Higher inflation & lower unemployment – new FED policy
One of the main consequences of the Federal Reserve's declaration yesterday, which established the reduction of the unemployment rate as the first objective and allowed a more flexible inflation rate, has been the steepening of the interest rate curve.
Long US bonds experienced sharp falls, and with them, the yields rebounded to levels not seen since June.
Tnote10 has reached a yield of 0.78% and is close to exceeding the 0.80% zone, which, if exceeded, would lead to a rise to at least 0.90%.
This type of movement, downward in price, upward in long bond yields, is characteristic in an environment with expectations of rising inflation.
Also, a steep interest rate curve is typical of an economy with expectations of future growth.
Although, on the other hand, the continuation of the Fed's expansionary monetary policy with its program of buying bonds in almost unlimited quantities will considerably limit the capacity for a more pronounced steepening of the yield curve.
This scenario can be considered neutral for the stock markets, and for the moment, this is how the main stock indexes are reacting, without much enthusiasm.
While the steep curve may anticipate growth, fear of uncontrolled inflation with very low benchmark interest rates would slow the markets' bullish momentum.
Most market analysts agree that the market is overvalued or that the recovery movement has been too sudden, and that the anticipation of an economic recovery is not yet guaranteed.
Hence, corrective action is probable, and it would be desirable to eliminate vulnerabilities and thus avoid more abrupt or disorderly downward movements.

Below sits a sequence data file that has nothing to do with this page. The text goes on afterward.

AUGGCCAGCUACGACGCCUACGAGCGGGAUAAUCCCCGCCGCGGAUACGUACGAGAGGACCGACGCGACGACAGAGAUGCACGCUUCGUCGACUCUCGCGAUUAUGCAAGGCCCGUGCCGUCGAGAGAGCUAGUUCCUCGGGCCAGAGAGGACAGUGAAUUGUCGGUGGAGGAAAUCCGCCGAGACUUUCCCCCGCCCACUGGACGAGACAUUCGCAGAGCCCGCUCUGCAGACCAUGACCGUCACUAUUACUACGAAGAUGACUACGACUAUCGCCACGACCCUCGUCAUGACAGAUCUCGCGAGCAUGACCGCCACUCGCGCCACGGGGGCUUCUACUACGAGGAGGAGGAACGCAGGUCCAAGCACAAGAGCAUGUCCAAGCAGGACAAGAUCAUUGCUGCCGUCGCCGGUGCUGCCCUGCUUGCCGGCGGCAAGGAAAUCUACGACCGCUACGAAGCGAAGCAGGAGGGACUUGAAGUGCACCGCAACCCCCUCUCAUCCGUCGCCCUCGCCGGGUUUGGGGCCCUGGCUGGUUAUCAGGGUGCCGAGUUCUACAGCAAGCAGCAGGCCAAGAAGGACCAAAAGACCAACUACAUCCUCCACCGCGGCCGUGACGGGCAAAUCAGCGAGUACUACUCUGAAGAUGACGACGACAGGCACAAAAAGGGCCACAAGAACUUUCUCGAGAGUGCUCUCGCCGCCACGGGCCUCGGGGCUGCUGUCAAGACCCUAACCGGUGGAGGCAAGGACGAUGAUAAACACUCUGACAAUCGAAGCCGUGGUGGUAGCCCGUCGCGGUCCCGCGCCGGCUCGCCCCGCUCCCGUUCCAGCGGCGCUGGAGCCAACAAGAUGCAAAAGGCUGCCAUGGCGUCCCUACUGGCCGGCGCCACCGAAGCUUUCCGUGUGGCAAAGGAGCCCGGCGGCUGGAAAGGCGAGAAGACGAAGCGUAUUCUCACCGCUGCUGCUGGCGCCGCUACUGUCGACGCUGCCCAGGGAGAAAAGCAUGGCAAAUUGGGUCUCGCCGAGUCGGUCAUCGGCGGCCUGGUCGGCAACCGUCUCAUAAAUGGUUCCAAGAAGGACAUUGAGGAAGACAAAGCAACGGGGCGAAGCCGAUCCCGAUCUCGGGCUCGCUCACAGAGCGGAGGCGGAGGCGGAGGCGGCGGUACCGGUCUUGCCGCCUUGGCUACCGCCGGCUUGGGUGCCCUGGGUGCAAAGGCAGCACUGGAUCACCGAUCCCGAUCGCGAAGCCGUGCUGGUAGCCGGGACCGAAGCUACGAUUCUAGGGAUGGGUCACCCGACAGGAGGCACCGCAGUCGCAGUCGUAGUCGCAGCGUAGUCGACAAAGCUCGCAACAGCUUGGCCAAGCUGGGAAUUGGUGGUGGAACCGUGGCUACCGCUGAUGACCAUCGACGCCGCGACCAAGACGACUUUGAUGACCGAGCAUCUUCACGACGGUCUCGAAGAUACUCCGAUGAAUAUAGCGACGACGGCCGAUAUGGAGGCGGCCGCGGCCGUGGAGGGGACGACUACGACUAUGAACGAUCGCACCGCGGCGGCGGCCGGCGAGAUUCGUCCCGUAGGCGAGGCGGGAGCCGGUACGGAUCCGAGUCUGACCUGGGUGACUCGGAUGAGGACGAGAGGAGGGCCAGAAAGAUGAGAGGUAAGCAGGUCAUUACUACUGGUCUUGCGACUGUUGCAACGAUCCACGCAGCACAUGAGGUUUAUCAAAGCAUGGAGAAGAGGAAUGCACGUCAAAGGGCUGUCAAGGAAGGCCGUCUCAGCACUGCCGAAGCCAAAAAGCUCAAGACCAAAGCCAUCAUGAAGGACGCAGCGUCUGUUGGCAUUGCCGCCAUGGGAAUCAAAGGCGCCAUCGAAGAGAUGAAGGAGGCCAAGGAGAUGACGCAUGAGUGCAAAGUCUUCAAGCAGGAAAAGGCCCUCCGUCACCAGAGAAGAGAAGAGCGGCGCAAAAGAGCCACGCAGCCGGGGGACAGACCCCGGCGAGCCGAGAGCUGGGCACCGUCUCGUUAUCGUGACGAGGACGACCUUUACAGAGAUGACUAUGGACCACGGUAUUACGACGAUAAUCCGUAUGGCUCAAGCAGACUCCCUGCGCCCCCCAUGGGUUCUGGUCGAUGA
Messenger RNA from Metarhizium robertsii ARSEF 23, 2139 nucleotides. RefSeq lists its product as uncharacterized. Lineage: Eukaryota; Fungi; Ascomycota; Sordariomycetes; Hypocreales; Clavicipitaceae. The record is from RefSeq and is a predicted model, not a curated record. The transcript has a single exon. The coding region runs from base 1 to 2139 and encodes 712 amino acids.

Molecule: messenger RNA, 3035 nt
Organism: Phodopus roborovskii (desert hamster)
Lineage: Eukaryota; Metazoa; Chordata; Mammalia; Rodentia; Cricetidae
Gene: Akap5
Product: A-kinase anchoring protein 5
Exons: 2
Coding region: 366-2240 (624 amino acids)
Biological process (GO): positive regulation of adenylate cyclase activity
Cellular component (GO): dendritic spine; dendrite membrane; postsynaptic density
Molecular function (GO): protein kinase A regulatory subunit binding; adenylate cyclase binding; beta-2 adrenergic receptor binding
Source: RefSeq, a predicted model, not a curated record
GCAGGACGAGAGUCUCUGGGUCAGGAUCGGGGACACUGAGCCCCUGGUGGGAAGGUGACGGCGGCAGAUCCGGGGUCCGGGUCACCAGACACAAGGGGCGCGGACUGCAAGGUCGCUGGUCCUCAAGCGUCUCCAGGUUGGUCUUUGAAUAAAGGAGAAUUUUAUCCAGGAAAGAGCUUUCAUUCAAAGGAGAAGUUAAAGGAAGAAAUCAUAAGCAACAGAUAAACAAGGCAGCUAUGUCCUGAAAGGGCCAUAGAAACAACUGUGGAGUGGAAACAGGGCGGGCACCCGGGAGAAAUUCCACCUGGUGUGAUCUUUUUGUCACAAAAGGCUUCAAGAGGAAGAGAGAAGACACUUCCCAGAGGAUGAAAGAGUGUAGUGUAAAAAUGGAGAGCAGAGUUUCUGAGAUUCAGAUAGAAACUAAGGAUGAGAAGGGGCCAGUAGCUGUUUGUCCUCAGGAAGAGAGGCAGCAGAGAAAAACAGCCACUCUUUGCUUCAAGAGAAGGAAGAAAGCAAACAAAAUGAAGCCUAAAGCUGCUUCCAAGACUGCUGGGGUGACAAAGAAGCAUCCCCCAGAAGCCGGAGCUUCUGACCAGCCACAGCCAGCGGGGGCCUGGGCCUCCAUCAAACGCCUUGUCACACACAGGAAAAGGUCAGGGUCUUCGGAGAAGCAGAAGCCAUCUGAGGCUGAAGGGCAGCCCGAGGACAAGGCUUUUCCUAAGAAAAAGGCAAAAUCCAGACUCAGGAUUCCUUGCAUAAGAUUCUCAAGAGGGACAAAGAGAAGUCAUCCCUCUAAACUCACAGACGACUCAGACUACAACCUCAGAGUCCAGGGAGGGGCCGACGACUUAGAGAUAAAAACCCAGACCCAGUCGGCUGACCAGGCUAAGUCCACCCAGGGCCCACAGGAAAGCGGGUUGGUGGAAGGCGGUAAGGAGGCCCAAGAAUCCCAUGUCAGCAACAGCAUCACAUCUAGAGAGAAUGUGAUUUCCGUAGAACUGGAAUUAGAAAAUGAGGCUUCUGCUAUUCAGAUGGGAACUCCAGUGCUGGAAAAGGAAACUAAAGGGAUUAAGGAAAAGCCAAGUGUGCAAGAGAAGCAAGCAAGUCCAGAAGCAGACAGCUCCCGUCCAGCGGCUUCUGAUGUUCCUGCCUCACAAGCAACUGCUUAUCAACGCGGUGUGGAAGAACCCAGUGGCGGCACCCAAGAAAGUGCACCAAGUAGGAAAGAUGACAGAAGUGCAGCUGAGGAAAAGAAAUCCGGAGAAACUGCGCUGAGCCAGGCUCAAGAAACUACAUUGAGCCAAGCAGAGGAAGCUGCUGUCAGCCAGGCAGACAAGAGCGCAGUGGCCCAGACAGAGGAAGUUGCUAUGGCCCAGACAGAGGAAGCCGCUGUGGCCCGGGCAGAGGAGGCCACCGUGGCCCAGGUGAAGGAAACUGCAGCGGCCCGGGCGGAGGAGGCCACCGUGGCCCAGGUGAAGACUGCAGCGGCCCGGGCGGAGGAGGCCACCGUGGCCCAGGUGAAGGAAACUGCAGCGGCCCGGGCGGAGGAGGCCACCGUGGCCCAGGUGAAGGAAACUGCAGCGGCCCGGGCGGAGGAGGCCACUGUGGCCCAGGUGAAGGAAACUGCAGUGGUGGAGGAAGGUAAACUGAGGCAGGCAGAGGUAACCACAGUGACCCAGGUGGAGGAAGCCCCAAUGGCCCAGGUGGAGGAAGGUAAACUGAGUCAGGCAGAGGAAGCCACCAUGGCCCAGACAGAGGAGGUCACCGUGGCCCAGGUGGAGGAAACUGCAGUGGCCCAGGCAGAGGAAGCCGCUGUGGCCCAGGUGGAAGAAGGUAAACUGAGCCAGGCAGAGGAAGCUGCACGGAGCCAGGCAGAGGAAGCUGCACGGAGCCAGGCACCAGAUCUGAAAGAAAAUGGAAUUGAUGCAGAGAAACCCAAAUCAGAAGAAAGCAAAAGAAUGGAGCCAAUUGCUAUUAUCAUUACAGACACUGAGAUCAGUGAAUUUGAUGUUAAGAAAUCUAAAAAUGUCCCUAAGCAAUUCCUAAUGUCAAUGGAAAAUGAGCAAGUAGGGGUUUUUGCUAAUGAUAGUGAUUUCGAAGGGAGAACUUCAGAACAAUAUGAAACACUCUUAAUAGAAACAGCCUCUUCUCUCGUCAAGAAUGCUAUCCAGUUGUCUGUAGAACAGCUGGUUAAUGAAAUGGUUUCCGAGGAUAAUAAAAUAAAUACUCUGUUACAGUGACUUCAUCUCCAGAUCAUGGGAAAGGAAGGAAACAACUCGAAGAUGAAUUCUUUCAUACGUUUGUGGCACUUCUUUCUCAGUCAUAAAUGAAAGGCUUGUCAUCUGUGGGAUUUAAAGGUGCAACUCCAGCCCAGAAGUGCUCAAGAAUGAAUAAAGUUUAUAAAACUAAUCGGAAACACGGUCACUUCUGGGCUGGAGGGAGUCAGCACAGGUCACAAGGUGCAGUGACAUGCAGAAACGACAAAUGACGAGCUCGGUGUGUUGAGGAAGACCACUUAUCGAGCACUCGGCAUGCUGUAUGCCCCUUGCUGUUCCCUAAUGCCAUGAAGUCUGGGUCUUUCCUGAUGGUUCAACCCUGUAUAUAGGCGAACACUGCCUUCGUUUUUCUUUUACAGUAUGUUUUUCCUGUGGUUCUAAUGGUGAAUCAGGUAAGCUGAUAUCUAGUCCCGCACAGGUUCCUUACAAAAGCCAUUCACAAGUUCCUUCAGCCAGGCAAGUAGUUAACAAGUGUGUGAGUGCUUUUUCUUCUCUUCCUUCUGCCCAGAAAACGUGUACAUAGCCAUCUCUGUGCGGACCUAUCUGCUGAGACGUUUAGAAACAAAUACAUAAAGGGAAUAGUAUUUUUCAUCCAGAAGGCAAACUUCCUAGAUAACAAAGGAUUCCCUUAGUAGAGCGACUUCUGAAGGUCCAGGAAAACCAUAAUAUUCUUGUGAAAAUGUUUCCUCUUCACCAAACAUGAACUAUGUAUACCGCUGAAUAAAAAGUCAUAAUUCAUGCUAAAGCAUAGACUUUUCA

But the enormous liquidity that floods the system due to the policies of the central banks makes it difficult for the moment for the corrections to have greater depth.
Shinzō Abe is no more
The resignation of Japanese Prime Minister Abe, announced today, has caused the Japanese index JAPAN225 to fall by almost 2%.
In the first moments, it threatened to drag the rest of the world stock markets. Still, after an initial decline, the North American indices have returned to positive territory, this is one more sign of the market's resilience to downward corrections due to excess liquidity.
The most extended opinion of the market is that this movement should not have continuity and tend to return to the initial positions.
The resignation of the Japanese prime minister does not have direct consequences or in the Japanese central bank's policy, nor does it imply a change of government that will continue to remain in the current line.
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